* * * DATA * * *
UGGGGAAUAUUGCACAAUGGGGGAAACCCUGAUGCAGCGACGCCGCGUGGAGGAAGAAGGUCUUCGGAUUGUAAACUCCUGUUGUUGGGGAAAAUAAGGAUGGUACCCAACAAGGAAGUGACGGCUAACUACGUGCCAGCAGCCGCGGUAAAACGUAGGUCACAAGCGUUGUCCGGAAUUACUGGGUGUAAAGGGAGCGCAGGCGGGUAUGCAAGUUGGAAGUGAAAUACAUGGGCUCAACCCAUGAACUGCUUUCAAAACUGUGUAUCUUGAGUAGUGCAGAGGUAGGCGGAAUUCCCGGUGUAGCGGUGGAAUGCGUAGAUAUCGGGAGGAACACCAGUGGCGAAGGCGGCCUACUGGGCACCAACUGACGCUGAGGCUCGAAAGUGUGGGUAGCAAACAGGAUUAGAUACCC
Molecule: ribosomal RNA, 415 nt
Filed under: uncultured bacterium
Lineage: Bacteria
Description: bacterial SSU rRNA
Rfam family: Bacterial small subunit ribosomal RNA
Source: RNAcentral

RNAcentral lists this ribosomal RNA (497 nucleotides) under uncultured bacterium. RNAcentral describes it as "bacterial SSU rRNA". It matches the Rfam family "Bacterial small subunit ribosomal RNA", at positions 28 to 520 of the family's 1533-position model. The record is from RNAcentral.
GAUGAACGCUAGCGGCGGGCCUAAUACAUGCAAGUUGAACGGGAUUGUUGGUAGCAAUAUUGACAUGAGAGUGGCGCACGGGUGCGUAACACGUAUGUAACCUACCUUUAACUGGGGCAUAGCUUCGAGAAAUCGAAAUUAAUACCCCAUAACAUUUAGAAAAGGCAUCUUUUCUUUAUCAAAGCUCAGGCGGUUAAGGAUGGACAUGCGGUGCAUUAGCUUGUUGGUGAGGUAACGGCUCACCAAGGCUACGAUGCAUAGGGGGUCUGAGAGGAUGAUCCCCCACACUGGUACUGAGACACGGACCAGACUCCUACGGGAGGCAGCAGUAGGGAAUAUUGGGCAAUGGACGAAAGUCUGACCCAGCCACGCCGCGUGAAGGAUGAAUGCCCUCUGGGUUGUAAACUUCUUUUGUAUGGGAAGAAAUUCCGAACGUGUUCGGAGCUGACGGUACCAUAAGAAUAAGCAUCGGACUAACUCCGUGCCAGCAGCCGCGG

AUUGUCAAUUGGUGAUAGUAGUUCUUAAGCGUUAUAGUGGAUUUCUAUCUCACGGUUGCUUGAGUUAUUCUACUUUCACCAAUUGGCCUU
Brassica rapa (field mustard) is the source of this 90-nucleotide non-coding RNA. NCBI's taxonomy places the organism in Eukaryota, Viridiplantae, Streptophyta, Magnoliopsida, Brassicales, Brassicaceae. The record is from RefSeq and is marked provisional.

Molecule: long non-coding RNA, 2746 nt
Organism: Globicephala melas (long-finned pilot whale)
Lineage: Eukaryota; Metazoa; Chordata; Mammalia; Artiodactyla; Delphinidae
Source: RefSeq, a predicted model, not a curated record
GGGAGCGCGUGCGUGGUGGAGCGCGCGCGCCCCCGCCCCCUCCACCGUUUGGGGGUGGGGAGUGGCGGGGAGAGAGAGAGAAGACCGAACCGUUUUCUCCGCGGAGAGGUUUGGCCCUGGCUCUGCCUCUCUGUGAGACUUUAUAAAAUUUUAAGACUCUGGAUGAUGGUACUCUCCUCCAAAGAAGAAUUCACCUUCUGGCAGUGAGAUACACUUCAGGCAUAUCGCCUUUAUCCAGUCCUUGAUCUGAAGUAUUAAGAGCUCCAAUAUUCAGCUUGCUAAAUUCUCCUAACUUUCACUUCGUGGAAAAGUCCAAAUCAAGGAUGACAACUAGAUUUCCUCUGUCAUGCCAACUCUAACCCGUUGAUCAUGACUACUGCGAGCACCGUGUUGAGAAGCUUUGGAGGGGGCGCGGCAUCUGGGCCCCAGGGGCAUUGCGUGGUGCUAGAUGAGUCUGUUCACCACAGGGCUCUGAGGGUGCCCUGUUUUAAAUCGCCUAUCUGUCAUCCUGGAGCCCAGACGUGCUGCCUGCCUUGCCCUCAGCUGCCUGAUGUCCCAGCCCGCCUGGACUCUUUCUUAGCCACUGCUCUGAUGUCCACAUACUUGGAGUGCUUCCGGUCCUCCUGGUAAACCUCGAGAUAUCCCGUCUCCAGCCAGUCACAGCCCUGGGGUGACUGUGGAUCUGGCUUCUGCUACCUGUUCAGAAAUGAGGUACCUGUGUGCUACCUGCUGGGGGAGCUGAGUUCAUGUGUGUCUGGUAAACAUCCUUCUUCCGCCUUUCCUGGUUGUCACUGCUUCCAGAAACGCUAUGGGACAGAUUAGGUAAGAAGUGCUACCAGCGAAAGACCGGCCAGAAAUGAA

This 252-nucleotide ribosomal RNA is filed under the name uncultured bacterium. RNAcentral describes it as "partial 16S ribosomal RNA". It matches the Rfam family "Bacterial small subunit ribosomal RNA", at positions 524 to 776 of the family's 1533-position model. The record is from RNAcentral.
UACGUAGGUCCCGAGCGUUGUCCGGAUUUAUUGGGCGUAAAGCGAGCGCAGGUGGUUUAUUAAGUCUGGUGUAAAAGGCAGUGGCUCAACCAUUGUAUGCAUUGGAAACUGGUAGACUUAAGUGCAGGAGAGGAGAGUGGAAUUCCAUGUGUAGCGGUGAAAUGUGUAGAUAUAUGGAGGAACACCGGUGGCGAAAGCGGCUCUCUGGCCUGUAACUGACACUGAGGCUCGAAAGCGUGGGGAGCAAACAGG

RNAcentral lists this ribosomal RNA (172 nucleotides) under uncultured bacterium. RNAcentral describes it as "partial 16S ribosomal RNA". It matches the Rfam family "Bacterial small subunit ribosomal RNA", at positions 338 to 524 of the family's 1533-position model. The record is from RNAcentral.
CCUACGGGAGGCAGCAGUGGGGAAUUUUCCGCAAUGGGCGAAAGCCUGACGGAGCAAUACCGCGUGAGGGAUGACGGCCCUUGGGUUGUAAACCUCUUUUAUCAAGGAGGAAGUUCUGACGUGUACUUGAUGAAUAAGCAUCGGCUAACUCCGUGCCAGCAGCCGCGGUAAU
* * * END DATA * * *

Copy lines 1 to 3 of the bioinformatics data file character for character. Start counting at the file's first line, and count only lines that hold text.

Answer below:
UGGGGAAUAUUGCACAAUGGGGGAAACCCUGAUGCAGCGACGCCGCGUGGAGGAAGAAGGUCUUCGGAUUGUAAACUCCUGUUGUUGGGGAAAAUAAGGAUGGUACCCAACAAGGAAGUGACGGCUAACUACGUGCCAGCAGCCGCGGUAAAACGUAGGUCACAAGCGUUGUCCGGAAUUACUGGGUGUAAAGGGAGCGCAGGCGGGUAUGCAAGUUGGAAGUGAAAUACAUGGGCUCAACCCAUGAACUGCUUUCAAAACUGUGUAUCUUGAGUAGUGCAGAGGUAGGCGGAAUUCCCGGUGUAGCGGUGGAAUGCGUAGAUAUCGGGAGGAACACCAGUGGCGAAGGCGGCCUACUGGGCACCAACUGACGCUGAGGCUCGAAAGUGUGGGUAGCAAACAGGAUUAGAUACCC
Molecule: ribosomal RNA, 415 nt
Filed under: uncultured bacterium